Why the U.S. and China Need to Delink | The American Spectator | USA News and Politics
Why the U.S. and China Need to Delink
by
China Shipping cargo ship in the port of Oakland, California, March 9, 2014 (cdrin/Shutterstock.com)

The two biggest events in the world today are the U.S.–China trade war and the current coronavirus pandemic. Both are related to a single country: China. If a single country can adversely affect the U.S. and the world on such a grand scale, we must examine how to protect ourselves from these events in the future.

The most fundamental reason for the trade war is the political and economic system of China. China is ruled by the Chinese Communist Party (CCP), which claims to know the human destiny — communism — and therefore the party is infallible. To lead the humanity to its destiny, the party must have absolute power over every aspect of society, not only political power and economic control but also control over the culture, the flow of information, and people’s opinions.

Interestingly, the current CCP leadership has avoided Mao’s mistake of ignoring the people’s welfare, and it has done a quite successful job of aligning the interests of the people and the party. For example, the economic goal of China is to develop the economy and profit from international trade. To achieve this, the party, being above the law with absolute power, runs China like a huge corporation. Living and doing business in China is not a right, but a privilege granted by the party. The state-owned enterprises are essentially business units, and foreign and private firms are like franchisees of China, Inc. owned by the CCP.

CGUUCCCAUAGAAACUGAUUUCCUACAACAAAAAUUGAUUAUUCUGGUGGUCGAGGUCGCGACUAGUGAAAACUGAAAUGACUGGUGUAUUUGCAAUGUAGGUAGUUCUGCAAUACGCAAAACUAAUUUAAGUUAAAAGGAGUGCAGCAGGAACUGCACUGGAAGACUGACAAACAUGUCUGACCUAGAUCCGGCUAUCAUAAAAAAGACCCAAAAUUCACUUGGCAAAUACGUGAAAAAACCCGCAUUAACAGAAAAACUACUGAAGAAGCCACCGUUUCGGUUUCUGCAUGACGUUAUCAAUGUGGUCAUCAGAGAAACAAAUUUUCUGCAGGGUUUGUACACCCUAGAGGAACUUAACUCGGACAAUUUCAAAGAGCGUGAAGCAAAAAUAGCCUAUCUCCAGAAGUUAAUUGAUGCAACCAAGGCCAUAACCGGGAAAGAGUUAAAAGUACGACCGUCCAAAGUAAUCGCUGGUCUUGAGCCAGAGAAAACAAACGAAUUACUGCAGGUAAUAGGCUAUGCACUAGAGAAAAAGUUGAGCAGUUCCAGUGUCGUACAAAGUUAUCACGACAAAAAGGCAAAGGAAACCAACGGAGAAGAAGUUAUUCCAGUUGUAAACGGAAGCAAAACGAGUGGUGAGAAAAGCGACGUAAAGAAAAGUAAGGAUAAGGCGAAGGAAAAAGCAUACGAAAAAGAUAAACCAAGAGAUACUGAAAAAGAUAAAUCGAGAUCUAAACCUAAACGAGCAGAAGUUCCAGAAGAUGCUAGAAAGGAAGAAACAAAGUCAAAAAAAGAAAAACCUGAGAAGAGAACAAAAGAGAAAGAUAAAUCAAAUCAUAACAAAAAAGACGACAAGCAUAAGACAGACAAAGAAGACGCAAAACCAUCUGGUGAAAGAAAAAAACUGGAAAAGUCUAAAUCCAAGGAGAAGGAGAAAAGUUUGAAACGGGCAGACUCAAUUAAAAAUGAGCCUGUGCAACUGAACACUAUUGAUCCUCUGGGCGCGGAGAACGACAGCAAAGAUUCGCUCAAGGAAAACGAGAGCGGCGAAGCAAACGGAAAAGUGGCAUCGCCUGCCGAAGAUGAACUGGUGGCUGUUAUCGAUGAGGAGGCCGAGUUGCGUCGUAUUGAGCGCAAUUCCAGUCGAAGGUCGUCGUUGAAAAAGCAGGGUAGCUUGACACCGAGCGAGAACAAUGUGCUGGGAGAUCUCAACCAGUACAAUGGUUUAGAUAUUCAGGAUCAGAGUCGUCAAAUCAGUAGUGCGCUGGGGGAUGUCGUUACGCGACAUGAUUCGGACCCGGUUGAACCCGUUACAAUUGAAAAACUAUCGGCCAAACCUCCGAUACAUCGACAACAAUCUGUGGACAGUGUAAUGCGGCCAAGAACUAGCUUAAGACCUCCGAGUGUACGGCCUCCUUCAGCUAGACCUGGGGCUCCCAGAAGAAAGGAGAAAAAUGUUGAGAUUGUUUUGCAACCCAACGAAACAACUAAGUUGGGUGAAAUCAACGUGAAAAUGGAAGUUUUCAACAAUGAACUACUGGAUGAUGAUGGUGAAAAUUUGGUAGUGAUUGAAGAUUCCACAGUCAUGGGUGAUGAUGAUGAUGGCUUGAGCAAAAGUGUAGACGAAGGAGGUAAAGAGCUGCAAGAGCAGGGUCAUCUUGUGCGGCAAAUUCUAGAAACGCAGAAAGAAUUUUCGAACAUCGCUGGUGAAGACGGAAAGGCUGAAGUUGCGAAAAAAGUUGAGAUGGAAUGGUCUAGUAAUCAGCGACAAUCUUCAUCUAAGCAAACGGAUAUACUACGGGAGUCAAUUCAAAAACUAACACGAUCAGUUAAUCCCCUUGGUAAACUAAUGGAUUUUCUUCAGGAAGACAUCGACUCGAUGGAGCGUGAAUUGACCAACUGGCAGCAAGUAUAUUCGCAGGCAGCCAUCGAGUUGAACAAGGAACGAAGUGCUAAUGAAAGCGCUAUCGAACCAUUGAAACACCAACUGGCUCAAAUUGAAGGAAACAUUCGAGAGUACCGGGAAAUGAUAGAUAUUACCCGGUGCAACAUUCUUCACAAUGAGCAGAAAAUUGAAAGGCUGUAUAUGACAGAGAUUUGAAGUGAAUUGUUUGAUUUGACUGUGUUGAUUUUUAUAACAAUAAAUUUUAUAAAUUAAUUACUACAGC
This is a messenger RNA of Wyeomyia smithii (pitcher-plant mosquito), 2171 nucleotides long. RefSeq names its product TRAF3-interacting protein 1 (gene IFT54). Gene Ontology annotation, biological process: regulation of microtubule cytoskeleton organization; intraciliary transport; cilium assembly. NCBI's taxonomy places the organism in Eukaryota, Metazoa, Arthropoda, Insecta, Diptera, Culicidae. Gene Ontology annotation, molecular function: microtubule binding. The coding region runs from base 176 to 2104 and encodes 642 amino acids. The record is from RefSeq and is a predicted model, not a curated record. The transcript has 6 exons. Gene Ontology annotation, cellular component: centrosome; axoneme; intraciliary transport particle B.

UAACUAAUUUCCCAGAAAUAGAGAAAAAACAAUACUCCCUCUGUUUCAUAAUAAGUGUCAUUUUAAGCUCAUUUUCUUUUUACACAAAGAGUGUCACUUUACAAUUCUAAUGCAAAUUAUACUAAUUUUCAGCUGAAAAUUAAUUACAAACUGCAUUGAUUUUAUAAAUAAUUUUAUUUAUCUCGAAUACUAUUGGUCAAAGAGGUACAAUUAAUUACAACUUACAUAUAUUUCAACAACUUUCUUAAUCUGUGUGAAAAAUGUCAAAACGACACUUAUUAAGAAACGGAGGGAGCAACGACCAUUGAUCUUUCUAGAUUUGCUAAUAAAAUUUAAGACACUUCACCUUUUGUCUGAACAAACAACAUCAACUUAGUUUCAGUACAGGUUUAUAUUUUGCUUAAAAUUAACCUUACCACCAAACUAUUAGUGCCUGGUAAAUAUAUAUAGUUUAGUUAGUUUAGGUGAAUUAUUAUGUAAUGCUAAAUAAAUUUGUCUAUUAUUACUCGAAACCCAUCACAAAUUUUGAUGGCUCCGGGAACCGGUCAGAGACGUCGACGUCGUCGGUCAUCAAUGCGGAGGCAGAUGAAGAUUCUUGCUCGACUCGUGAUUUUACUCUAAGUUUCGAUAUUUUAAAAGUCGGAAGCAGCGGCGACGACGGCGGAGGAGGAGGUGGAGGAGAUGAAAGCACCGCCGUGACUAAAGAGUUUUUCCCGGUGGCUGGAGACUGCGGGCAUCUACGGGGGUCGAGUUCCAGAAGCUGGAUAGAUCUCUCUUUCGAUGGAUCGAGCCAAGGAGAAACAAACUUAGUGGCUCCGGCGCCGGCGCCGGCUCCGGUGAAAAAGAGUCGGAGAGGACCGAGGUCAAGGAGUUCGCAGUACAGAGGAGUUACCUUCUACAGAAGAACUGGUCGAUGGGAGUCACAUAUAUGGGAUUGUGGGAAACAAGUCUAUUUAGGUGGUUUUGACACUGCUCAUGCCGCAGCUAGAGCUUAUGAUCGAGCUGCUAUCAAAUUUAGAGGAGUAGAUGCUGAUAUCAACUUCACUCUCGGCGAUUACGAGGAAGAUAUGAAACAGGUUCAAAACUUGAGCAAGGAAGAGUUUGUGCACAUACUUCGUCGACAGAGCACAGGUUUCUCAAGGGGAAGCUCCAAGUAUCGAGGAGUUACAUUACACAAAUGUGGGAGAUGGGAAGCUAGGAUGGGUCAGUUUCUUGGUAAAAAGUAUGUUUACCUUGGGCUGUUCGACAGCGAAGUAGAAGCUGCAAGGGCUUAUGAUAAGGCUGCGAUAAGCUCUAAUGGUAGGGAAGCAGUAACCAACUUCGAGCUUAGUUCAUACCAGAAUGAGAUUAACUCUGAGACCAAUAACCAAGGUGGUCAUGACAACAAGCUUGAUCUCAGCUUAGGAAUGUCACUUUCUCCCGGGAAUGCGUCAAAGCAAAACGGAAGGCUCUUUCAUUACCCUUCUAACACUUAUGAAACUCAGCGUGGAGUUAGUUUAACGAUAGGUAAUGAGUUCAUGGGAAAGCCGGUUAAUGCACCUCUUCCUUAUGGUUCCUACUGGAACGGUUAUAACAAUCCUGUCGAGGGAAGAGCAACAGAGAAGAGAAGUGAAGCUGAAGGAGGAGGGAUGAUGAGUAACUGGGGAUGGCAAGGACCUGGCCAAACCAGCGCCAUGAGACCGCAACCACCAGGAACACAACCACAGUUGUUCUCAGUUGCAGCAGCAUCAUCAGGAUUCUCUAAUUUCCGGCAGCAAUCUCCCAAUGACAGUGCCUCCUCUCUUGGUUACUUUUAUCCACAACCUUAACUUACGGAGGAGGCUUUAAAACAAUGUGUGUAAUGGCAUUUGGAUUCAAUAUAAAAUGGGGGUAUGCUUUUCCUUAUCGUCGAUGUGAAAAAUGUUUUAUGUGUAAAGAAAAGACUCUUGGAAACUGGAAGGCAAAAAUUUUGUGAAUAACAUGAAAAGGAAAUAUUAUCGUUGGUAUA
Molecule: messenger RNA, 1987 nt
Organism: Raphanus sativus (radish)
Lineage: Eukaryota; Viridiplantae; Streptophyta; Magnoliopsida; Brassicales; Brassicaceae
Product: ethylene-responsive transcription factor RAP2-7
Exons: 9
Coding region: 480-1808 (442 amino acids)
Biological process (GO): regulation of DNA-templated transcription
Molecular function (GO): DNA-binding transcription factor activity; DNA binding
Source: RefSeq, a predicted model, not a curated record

Living and doing business in China is not a right, but a privilege granted by the party.

People in China are not citizens, but employees of the giant corporation, with the party leader as the CEO. The CCP’s industrial and trade strategy is to identify key industries, such as electronic vehicle batteries, mobilize the necessary resources such as acquiring cobalt worldwide, protect its domestic markets, and subsidize its national firms. One such example is Contemporary Amperex Technology (CATL). The large, protected domestic market enabled CATL to quickly work its way down the learning curve and quickly realize its economies of scale.

The CCP also uses state intelligence collection capabilities to help Chinese firms acquire foreign technologies. If other countries confront the Chinese firms for alleged illegal behavior, the CCP will use its state power to intervene and retaliate. Now CATL is among the largest electronic vehicle batteries suppliers in the world.

Using this strategy, the CCP has expanded China’s domination in several key industries, such as solar panels, high-speed rail, and 5G networks. While supporting the industry/firm selected by the CCP for global dominance takes away resources from other businesses and people, once the supported firm dominates the world market, the revenue from its near-monopoly position will create jobs and raise the income level for the people in China. In this sense, the CCP’s global expansion strategy, while unfair to other countries, not only pays off for the party and the favored firm or industry but also benefits the ordinary Chinese people, making the interests of the party and the people more aligned.